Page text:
Basti by Intizar Husain

This is a Pakistani novel from 1979, set during Bangladesh’s war of independence from Pakistan, but with lots of flashbacks — to a pre-Partition life in India, to Partition and the migration to Pakistan — and dreams going further back still, to India’s First War of Independence.*

Tomb_of_Bibi_Jawindi

The earliest scenes of pre-Partition India are seen, through a child’s eyes, as idyllically multicultural, which makes Partition a sort of fall from grace. Partially that’s just the contrast between the innocence of the child and the cynicism of the adult; but there is a sense reading the book of a great deal of political and ideological energy being expended and great changes being achieved, and none of it making life appreciably better.

Politics aside, it’s just a very well-written novel (hat-tip to Frances W. Pritchett for the translation). As well as the flashbacks, parts of it are in the form of letters, diary entries and dreams. The result is atmospheric and impressionistic, and occasionally confusing, especially for those of us who don’t have the cultural context. But it has a very strong sense of place, a great eye for detail, well-drawn characters and natural-sounding dialogue.

This is the second book from Pakistan I’ve read for the Read The World challenge; I felt I ought to be able to do better than the last one (Kartography by Kamila Shamsie), which was fine but nothing special. Basti is a definite improvement.

*i.e. the Indian Mutiny/Rebellion/Revolt of 1857.

» The photo of the Tomb of Bibi Jawindi is from Wikipedia; it’s by Shah zaman baloch and used under a CC by-sa licence.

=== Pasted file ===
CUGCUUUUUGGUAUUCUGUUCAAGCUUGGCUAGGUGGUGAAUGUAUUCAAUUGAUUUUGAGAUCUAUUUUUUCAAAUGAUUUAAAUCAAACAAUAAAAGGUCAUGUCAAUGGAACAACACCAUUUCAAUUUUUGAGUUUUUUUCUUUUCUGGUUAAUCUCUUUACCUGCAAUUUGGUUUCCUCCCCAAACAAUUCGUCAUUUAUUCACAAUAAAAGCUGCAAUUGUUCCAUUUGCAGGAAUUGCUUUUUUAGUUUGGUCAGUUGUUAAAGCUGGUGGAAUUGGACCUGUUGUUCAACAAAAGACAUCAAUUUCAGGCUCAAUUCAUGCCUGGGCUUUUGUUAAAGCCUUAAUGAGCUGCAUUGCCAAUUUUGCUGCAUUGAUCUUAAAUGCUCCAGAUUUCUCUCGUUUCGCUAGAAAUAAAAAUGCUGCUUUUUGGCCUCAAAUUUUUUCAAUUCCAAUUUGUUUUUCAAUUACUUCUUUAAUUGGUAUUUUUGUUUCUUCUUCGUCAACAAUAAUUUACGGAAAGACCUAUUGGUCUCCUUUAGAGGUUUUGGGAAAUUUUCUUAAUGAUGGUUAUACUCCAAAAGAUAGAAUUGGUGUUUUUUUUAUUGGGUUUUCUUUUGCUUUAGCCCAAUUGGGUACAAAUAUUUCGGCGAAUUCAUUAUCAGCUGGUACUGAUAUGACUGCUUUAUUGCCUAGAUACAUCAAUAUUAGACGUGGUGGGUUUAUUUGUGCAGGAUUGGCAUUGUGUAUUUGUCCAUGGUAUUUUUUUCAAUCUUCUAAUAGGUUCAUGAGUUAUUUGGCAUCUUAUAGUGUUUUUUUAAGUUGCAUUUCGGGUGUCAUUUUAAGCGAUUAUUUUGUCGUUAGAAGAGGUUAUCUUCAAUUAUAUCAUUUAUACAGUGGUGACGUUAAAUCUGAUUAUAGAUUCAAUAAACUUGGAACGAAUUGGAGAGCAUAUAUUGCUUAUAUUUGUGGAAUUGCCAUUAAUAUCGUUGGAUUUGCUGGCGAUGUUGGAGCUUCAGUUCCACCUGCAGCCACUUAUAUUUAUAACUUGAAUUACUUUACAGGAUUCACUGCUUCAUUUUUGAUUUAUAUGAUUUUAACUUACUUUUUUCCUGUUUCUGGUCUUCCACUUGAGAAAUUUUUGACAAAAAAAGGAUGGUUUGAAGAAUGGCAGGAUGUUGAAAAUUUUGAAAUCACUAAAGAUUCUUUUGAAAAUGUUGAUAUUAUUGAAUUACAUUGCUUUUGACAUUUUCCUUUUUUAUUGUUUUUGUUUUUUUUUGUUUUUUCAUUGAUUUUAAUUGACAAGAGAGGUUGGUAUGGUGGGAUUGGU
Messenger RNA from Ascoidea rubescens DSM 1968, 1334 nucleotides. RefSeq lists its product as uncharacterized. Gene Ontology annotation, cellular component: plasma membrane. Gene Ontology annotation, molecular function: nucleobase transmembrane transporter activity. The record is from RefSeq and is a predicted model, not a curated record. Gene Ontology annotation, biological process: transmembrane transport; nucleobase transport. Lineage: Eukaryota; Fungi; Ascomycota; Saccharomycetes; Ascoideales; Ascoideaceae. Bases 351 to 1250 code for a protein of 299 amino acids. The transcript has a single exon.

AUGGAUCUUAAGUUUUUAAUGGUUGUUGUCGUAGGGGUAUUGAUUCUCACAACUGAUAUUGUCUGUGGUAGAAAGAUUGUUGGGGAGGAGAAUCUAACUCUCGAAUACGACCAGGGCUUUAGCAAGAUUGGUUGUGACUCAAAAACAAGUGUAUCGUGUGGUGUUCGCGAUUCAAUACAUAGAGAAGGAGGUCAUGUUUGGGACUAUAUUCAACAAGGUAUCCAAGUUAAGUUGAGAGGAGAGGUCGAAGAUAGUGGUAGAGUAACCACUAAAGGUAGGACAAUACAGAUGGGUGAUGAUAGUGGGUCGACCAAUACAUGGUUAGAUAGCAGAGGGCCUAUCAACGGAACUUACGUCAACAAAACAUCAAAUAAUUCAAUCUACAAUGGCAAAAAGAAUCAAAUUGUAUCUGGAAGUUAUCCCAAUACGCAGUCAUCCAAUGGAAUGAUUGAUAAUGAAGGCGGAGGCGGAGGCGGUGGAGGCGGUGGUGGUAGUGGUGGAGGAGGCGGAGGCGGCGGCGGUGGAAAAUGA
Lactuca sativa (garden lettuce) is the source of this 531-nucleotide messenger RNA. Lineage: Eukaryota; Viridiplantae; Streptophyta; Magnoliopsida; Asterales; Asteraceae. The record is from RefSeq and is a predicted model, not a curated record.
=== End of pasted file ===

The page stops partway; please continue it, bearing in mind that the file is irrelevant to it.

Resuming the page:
War with the Newts by Karel Čapek

This is satirical science fiction from 1936, about the discovery of a species of intelligent amphibian living in the sea next to a small island near Sumatra. The ‘newts’ are exploited and traded, initially as pearl fishers and then as cheap labour on massive marine construction projects, until they are present in huge numbers all around the world; and then — spoilers, I guess, but the clue’s in the title — they start fighting back.

newt

I bought it because it was recommended on the Book Shambles podcast, but even so it turned out to be much more entertaining and readable than I expected. The satire is not as focussed as, say, Nineteen Eighty-Four; the biggest targets are colonialism and racism, with the trade in newts modelled on the slave trade, but along the way it takes pot shots at nationalism, capitalism, fascism, Hollywood, newspapers, scientists and much else.

I read the Robert and Marie Weatherall translation from 1936; I certainly enjoyed it, although Wikipedia suggests that the more recent Ewald Osers version is more highly regarded.

I did already have the Czech Republic ticked off for the Read The World challenge when I started — I’ve read Kafka and Hašek and whatnot — but this is the first Czech book I’ve read since then, probably.

» The photo is a tweaked version of ‘Hellbender at the National Zoo, Reptile Discovery Center’, © Brian Gratwicke and used under a CC-by licence.

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